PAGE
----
This is the point in the lead follow up process where all the Autopilot magic kicks in. Once the form is submitted, three different journeys get activated and prevent us from drowning in more information than could possibly be sorted manually. I’ll walk through each one by showing the actual journey we use at Lattice along with real communication examples so you can get an idea of how it all works.

Customer journey #1: Dynamic variables (sorting and assigning new leads)

The big idea behind this journey is that we want to send personalized emails in order to schedule a demo with the appropriate sales rep. We want users to feel like our sales team is watching new leads sign up in real-time and sending personal emails immediately inviting the user to sign up for a demo. We also want to make sure that leads are getting sent to the right sales rep based on company size.


Once the journey is triggered (after the form is submitted), the user passes through different fields based on the criteria we set (company size).


The leads receives a personal email invitation to a demo, and links to the sales rep’s Calendly page that corresponds to their company size.


This journey allows us to ensure that users are funneled to the appropriate sales rep, at scale, without compromising efficiency OR the personal touch that we want to achieve.

Customer journey #2: Email follow up

This is our main journey, and it’s how all of our email follow up happens. Think of this is as the 30,000 ft view of our email follow up process. You’re looking at the journey that makes our follow up work, and what’s cool about a journey like this is that we’ve been able to make adjustments as our sales team grow. Let me walk you through how it works:


On the front end, we have different smart segment triggers that are tied to the company size on the form the lead filled out. Based on that, the lead gets assigned to different sales reps through Salesforce where the rep gets a notification that there’s a new lead.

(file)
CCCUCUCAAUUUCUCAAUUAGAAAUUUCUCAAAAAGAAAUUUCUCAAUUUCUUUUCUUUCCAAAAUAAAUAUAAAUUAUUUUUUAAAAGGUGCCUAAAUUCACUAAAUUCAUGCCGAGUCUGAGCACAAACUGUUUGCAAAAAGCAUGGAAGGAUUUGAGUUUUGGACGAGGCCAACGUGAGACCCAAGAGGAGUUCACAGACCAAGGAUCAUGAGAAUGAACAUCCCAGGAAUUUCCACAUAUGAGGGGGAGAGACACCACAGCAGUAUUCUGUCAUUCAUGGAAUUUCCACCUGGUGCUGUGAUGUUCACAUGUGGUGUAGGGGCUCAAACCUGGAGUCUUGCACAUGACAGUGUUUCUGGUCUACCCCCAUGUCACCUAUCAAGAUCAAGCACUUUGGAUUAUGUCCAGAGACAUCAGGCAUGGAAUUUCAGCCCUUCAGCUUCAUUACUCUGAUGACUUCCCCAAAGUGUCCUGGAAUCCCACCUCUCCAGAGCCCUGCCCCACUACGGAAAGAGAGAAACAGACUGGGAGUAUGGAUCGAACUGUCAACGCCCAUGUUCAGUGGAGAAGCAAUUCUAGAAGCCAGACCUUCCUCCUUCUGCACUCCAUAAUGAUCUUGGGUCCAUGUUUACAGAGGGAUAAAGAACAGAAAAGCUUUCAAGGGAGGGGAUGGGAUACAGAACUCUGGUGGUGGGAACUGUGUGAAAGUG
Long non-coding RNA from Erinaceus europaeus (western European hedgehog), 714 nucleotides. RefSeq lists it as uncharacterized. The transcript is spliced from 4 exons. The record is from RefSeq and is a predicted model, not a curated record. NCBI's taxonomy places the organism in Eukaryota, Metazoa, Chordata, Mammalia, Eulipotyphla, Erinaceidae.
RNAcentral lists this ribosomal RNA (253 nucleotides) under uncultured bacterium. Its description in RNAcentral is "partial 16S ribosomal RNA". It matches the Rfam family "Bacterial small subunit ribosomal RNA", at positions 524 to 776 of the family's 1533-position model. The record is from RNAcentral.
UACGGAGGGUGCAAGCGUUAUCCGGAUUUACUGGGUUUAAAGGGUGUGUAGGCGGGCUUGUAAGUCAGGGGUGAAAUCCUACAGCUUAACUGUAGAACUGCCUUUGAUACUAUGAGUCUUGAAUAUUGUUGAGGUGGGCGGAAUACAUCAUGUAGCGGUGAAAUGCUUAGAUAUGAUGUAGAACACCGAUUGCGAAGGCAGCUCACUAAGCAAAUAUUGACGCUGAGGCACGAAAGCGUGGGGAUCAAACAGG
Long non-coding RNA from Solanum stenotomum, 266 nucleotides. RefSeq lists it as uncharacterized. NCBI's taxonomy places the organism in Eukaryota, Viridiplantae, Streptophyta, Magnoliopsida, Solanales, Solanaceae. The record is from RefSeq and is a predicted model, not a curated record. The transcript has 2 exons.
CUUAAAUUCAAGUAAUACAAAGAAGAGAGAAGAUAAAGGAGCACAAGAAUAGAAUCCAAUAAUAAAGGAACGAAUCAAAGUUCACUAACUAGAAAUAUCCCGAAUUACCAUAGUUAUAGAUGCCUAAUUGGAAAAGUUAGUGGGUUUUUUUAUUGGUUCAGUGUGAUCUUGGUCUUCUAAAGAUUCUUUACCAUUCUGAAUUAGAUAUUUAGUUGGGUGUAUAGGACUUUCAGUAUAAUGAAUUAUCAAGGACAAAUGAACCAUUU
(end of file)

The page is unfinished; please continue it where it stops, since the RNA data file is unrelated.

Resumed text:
sales assignment

From there a few different things happen. The orange and teal shapes below are sending out internal notifications, an internal email to the actual sales rep and a message in our Slack channel. I’ll provide examples of what this looks like soon. And the green shape is the “Is On List or Segment: Booked Meeting” condition check. We use a Calendly and Autopilot integration via Zapier to check if the contact has actually booked a meeting with us or not.


This is what our internal notifications look like on our Slack channel and when a sales rep gets emailed about a new lead. In Slack we have an entire channel devoted to inbound leads that’s constantly updating as new leads come in.

Slack lead notification

Here’s the internal email notification.

Email lead notification

Our sales team goes back and forth between these two sources to stay on top of new leads.

After that we put the lead on a two week email journey, and then at the end we put them on our marketing/nurture list, again, examples below. When we’re sending out follow up emails we take a friendly, personal approach so that we’re cultivating a relationship. If we don’t hear back initially we try to remind the lead that we’re contacting them because they signed up and we just want to make sure that we follow up (click to view in hi-res).

follow up email

As the journey progresses we get a little more “salesy” in our language. We’ve been trying to get in touch, we don’t want to drop the ball, that sort of thing (click to view in hi-res).

sales email

The last one we send sounds the most like a sales email, and it gets a pretty good response rate because we give them easy options to let us know where they’re at (click to view in hi-res).